Bahn Mi Bash for Coded by Kids

In a departure from the usual sit-down dinner format, our benefit to support Coded by Kids was more casual and our most collaborative event yet. Thanks to our sponsor, Inspire; our host, Rally Coffee Shop; our go-to chef, Sydney Louise Hanick; Cartesian Brewing; 13th Street Cocktails; and around 30 guests for coming together to learn about an influential local non-profit.

At Coded by Kids, students learn how to program games, build websites, and create apps through project-based entrepreneurial-focused lessons. They move from changing fonts and colors – the instant gratification stuff that gets them hooked – to learning programming languages like JavaScript. The organization has implemented their curriculum in more than a dozen schools, and at rec centers for afterschool and weekend classes.

“We’re trying to build the infrastructure so that the next big app can some out of a rec center in North Philly,” says Coded by Kids operations manager Maggie Deptola.

“A kid can go to a rec center to learn about soccer, baseball, and football, but there aren’t many places they can go if they want to learn tech education,” says instructor Ross Coley, who started as a volunteer and learned how to code along the way. He says his favorite part of working with Coded by Kids is building relationships with the students,  which is by design.

“Kids get access to education, and access to this network of mentors and volunteer instructors,” Deptola says. They get support and mentorship they might not have at home, plus the opportunity to work with professionals in the technology industry. “They’re not just building in a vacuum,” she added, “They’re actually part of the Philly tech scene.”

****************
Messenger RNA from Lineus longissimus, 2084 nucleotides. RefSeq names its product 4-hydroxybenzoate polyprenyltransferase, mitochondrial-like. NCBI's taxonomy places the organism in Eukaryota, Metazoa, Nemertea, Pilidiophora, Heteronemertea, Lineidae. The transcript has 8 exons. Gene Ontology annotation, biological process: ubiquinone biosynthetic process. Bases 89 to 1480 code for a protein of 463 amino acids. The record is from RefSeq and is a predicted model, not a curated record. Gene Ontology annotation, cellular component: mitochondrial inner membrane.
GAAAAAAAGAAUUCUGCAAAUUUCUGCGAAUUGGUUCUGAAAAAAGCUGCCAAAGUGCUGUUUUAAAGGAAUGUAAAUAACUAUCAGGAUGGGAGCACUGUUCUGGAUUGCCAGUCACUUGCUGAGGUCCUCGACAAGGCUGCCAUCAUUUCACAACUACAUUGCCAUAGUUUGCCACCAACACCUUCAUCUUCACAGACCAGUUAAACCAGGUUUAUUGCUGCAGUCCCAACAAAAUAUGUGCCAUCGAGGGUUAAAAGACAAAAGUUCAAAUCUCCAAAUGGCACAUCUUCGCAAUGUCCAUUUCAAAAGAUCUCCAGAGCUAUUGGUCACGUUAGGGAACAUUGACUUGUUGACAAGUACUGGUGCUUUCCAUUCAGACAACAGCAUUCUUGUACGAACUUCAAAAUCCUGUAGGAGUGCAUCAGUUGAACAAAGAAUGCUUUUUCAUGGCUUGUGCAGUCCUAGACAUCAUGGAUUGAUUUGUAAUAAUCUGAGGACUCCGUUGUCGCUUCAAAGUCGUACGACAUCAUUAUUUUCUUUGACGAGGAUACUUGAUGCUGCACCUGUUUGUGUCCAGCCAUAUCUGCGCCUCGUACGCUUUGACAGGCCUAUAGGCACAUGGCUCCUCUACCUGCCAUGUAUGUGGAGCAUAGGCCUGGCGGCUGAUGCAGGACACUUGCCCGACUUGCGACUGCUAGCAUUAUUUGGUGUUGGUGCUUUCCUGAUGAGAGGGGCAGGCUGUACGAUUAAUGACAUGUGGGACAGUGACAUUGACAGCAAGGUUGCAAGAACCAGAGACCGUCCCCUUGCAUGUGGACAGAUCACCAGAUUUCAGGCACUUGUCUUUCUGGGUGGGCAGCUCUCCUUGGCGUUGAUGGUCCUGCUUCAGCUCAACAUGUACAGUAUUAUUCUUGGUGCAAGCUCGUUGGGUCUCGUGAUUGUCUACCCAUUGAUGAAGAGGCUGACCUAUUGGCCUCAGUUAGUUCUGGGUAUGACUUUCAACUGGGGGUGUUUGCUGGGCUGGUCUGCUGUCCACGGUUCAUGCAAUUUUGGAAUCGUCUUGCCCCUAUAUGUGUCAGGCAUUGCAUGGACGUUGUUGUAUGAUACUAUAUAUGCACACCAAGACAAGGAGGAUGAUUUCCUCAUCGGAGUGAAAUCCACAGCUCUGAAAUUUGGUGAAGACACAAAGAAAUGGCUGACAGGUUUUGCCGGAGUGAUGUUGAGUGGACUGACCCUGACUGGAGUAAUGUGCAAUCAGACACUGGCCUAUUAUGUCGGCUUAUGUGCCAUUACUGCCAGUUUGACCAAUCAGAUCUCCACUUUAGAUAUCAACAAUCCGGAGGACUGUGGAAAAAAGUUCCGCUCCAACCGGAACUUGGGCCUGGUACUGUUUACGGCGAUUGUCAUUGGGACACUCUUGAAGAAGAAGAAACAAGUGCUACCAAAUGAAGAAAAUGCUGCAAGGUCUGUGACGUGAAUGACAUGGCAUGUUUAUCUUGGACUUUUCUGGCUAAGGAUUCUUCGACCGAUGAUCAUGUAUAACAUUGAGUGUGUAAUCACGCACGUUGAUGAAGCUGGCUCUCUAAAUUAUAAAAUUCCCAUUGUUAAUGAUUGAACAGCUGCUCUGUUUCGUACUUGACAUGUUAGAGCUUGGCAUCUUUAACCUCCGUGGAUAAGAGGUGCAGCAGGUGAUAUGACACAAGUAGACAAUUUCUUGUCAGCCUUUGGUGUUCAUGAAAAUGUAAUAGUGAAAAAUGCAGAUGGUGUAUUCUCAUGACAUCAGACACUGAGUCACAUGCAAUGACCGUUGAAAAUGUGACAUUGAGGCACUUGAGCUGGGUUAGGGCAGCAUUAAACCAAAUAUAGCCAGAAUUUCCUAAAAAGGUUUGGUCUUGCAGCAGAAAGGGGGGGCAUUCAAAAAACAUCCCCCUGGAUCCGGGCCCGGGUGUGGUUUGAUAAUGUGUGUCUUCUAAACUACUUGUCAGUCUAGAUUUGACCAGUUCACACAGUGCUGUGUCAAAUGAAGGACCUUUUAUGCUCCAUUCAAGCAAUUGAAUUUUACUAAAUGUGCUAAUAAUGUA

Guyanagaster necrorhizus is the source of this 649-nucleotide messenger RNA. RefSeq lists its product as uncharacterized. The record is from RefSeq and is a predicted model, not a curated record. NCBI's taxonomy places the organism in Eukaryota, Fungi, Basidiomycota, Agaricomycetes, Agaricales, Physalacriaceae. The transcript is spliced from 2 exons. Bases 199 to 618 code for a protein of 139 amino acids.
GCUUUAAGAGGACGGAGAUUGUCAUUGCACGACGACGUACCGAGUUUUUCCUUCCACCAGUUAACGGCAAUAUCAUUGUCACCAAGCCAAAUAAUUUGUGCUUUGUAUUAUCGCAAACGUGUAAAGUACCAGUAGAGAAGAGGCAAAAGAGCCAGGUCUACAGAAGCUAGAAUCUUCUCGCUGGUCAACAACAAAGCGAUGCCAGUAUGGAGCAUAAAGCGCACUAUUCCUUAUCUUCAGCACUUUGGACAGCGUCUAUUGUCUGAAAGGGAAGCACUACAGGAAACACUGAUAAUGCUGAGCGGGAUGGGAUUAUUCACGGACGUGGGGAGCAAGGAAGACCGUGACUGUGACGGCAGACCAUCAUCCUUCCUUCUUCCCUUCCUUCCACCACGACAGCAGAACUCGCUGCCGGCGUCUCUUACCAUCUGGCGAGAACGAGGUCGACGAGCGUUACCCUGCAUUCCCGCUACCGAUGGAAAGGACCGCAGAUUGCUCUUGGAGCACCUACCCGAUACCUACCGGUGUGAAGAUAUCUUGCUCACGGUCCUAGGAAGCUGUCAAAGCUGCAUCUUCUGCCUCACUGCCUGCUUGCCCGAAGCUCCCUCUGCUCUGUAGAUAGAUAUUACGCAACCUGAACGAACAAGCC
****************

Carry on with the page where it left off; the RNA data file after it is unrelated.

After guests enjoyed plenty of beer and báhn mí (the pressed and overnight marinated tofu sandwich converted more than one hater), executive director Sylvester Mobley told the crowd about two Coded by Kids students who are building a startup.

“When we sit down with them each week, they’re talking about how to raise venture capital, how to get traction for our users, how to monetize,” Mobley says, “To see two high school kids doing this is an amazing thing for me to watch.”

Often, people ask Mobley what happens if the start-up fails.

“Does it matter? You have a 15 and 17-year-old kid that are building a tech start-up,” he says, “They’re going through a cycle of failure that every entrepreneur goes through… as teenagers. If they fail now, imagine where they’ll be when they’re 25.”

Expressions were awed and slightly anxious as the young professionals in the room pondered this thought… Way ahead of me!  It’s a realization that underscores the impact Coded by Kids is having on Philly’s next generation. So yeah, you’ve got competition.

About 30 friends gathered at Rally Coffee shop in Queens Village to mingle while enjoying bahn mis, 13th street’s cocktail, and beer by Cartesian Brewing. Coded by Kids staff members were there to

 

 

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